When armed revolution broke out in 1775 the American states knew they must raise an army to face the British regulars as neither the militia nor the state troops would be up to the task. The result was the formation of the Continental Army, but right from the start supply was a major problem, with Congress always short of money. The states were often asked to help, and many colonels clothed their men in whatever style they saw fit, while some quite simply went without. As the war progressed and supplies arrived, chiefly from France, uniformity was improved, but an army all dressed as per regulations was never achieved.
This set is simply labelled American Infantry, which as we have pointed out covers a very wide and diverse collection of units. However Italeri have chosen to cloth these men in the standard coat, waistcoat, knee-breeches and stockings with a tricorn hat - a suit of clothes that varied little from the regulars in any of the other national armies fighting in that conflict. As such the choice is OK but does not reflect the likely appearance of many of these troops in the field - a comment that can be made against a great many other sets of figures, but is particularly pertinent here. The exception is the final figure on the third row, as he has a hat with one brim lifted, a blanket wrapped round his body and a noticeably ragged coat. He has a very realistic appearance, but only one such pose in a set does not achieve much. However there are no accuracy problems on any of the figures, although given the diversity of the real thing accuracy is easy to achieve.
If the dress of the figures does not stimulate too much complaint, the same cannot be said for the poses. The box contains three identical sprues, each with one of each figure, which leads to problems that can be easily seen here. There are as many men holding a flag as there are marching, and twice as many musicians as men advancing. This situation is made worse by some of the poses chosen. Italeri have helped matters by providing two standing and two kneeling firing poses, but these are far from ideal. The first standing firing figure is losing his hat in the wind - humorous but not the kind of figure you want to see three times in a set. The first kneeling firing figure is in a very strange and dramatic posture, while the second is on both knees, firing from behind some sort of rock. The reason for including the Indian (third row) is a complete mystery to us, particularly since Italeri have already made a set of Indians, and many will find little or no use for the figure waving his musket in the air. There is just one advancing pose, and he is one of the strangest figures we have ever seen. He leans well forward and has his chin stuck out in front while he seems to be about to fall to his right. The man with musket skyward has presumably been shot as he is leaning so far that he is clearly falling. Neither of the musicians are playing their instruments, with the fifer just cradling his instrument in his arm. There is no advancing musket levelled pose, or indeed any pose that would suggest a body of troops advancing to meet the enemy. In fact apart from the runner there is really very little action of any sort in this set, with a lot of poses just standing around. A very disappointing selection.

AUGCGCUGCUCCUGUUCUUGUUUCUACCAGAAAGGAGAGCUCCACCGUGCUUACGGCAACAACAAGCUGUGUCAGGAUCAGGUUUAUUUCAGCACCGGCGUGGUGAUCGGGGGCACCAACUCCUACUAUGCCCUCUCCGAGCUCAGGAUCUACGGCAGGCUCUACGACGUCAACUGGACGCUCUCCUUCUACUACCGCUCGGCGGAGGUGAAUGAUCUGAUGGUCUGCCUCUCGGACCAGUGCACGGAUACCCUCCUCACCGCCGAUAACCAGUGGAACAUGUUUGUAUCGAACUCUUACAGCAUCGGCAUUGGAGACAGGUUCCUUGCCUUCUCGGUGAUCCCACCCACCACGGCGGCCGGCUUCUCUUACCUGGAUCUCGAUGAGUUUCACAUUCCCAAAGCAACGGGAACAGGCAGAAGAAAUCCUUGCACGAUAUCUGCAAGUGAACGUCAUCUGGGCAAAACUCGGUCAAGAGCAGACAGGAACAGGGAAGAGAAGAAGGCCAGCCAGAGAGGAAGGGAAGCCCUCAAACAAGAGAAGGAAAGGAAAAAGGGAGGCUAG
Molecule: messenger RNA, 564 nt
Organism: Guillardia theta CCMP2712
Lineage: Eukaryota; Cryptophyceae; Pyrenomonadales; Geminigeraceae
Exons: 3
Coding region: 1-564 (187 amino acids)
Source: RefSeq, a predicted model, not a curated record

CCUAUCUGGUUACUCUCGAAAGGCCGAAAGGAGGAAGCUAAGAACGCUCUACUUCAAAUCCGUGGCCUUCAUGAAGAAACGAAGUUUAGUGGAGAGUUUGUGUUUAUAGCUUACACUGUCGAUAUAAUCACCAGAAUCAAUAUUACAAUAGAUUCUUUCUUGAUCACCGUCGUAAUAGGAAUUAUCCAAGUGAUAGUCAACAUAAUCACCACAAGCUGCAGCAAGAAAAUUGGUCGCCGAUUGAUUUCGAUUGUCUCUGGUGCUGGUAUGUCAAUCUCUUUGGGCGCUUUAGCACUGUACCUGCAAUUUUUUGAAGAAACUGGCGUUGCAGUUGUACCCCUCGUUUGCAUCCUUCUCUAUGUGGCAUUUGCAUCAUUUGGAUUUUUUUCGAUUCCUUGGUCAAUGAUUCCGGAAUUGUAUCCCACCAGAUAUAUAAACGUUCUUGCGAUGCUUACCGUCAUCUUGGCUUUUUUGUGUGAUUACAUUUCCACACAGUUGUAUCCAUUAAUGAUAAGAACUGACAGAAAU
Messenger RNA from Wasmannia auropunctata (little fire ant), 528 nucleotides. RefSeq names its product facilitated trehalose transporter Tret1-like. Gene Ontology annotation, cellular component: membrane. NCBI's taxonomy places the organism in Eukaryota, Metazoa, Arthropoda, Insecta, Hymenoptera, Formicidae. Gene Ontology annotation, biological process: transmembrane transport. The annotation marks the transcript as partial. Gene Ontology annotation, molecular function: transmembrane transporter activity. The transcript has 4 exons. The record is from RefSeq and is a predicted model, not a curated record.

The figures are well detailed and proportioned, but it must be said they have some of the ugliest faces ever committed to plastic! All the firing figures have a straight left arm, which is wrong. Six of the figures have separate weapons to improve the pose, and this is successful. In all cases the arms fit quite well into holes provided, but the plastic is not the sort that will make a strong bond with polystyrene cement. The figures are also very tall - 25 mm (1.8 metres) is too tall for eighteenth century men, and some are more like 26 mm. However the biggest shock about this set was when first examined. The quality of the mould is very variable, with some sprues being without flash and others having very considerable amounts. This difference is sometimes found within one box, and it would seem to be entirely the luck of the draw as to whether the figures in any given box are clean or not. In the worst cases this is the worst flash we have ever seen on an Italeri set, and the flash is in many places - the pictured figures have been considerably cleaned up, and it took a long time! Also some figures have cavities where air bubbles were trapped in the mould (because it was too hot), and while not serious this is also a sign of poor quality control.
This set was quite a surprise when we opened it, and not a pleasant one either. Although the sculpting is reasonable for the most part some of the design decisions are very hard to understand, and the poor quality of the mould is inexcusable from a company such as Italeri. It is hard to imagine sizable wargaming units being built up using the figures in this set, and surely everyone wants the basics - standing firing, advancing at the walk, etc. - so diorama builders are also likely to be disappointed.